Boost your writing opportunities in the developing world
Picture credit: Flickr/ United Nations Photo
When I moved to Asia in 2007, I was still tied under the wheels of the Machine, back home. Everything I was doing, experiencing, and trying to translate into a piece of writing, or any other form of “artistic text”, I did so with the wish that someone, back home, would recognize my efforts and get me that publishing deal I had wished for so much in virtue of my brave choice of moving abroad.
Reality is often different from our dreams. Especially when coming from a culturally under developing nation such as Italy, where trying to be an “artist” is guaranteed to put a very sorry expression across any parental face. Back then, it was with a sense of scorn that I looked at all the rejections, the nos and the maybes, as it dawned on me that, wherever I may have roamed, I was destined to be a total failure.
Still, I put together a blog, I chose the best pieces out of it and edited them for good and self-published an Italian written book on my life as a teacher in small town China. I cannot say it was successful, as it was not. It was just barely ok not to hang the keyboard to the wall, and start playing badminton instead.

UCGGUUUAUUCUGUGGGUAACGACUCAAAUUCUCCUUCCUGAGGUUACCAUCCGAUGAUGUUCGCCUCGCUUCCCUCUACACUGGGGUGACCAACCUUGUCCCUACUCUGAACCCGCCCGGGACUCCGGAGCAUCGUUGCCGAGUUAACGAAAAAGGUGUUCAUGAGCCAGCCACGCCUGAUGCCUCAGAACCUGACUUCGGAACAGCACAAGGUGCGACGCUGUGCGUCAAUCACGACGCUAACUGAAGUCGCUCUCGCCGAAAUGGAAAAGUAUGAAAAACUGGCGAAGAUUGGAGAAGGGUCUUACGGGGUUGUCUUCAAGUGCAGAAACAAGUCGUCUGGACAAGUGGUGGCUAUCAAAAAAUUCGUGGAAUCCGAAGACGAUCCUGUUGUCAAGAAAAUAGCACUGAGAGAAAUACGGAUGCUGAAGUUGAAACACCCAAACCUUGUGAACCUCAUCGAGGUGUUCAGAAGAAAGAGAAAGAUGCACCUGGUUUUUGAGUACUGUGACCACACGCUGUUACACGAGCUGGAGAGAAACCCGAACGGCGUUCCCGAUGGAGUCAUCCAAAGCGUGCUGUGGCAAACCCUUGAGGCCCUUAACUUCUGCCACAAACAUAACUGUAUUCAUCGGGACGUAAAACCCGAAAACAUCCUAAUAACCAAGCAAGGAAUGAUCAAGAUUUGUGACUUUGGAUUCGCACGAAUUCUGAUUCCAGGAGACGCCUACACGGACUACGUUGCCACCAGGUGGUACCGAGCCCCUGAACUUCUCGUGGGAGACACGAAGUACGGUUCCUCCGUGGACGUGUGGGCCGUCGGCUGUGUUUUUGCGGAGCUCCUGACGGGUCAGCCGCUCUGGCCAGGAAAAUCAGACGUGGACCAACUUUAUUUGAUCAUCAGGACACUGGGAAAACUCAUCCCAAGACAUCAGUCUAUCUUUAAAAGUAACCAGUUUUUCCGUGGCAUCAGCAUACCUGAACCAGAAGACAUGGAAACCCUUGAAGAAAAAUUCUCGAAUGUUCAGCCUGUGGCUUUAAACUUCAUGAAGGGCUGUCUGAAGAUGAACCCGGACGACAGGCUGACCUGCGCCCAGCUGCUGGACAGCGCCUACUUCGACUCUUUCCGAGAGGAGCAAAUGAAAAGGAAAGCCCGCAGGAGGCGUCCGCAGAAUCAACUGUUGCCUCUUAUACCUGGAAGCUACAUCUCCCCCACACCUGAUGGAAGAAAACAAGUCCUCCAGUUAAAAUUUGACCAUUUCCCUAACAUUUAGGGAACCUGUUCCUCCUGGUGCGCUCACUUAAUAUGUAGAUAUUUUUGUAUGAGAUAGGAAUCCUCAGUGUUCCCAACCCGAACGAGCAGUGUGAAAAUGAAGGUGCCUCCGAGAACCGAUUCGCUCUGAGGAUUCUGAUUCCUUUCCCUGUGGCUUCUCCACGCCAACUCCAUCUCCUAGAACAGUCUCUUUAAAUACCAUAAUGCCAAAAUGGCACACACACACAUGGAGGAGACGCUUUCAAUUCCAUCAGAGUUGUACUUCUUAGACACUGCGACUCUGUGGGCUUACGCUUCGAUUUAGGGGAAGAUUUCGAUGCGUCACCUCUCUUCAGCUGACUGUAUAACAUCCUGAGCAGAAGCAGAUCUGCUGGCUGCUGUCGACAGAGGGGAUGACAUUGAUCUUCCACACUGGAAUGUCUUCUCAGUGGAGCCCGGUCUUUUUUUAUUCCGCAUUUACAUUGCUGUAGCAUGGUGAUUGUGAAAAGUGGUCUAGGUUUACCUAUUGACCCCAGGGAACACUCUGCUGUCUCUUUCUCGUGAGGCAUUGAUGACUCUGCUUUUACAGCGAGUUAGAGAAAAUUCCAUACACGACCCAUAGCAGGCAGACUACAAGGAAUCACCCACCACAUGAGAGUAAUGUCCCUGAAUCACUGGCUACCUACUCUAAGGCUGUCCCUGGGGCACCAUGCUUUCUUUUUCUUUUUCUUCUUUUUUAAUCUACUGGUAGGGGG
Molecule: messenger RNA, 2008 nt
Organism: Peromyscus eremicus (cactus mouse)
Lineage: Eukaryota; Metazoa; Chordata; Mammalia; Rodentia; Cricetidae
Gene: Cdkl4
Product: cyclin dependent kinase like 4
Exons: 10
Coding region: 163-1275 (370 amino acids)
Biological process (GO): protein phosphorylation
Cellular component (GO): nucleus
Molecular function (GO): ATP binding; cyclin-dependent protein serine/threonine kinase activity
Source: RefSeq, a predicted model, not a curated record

It was at that point that I travelled, and travelled, and travelled deeper and wider all across East Asia. When I finally stopped again, as Hank Williams put it “No more darkness, no more night. Now I’m so happy, no sorrow in sight. Praise the Lord, I saw the light …”
Facing the most sacred Buddha statue in the Lama temple of Beijing, China, I bowed down and I expressed my wish. Maybe I was thinking that through such a foreign surrogate I would have reached my own, white-faced version of God. Well, I was wrong. Those Asian ears were indeed openly listening to my call. Slowly – as good things do not happen overnight -, I found out that I had overlooked what was happening around me. Exactly in the place I was living THEN. Developing countries have plenty of opportunities. Otherwise, they would not be called as such, I guess?
Asian publishers are not much different from Western ones, but possibly, they accept submission, and you do not need an agent, or spend too much money on it. It is still a tough process, but at least you will get rejection letters. Sometimes even explaining what is wrong with your stuff. The hard work is still there, the results are, however, greatest in the East. In a single hard working year, I have published more than I ever did in the past 5 or 6, kicked off the road by frustration, rejection, and let me tell it, a great dose of assholism.
My suggestion to all the wannabe writers (and another cite to one of the best movies of all times): when there is no more room in hell, look around wherever you are, and start pitching left and right. Then, your articles and stories will walk the earth.
MARCO FERRARESE explored 50 countries and lives in Penang, Malaysia since 2009. He is currently a PhD candidate at Monash University’s Sunway Campus, Kuala Lumpur, researching the anthropology of punk rock and heavy metal in Southeast Asia. Besides his academic endeavors, he blogs about overland Asian travel and extreme music in Asia at www.monkeyrockworld.com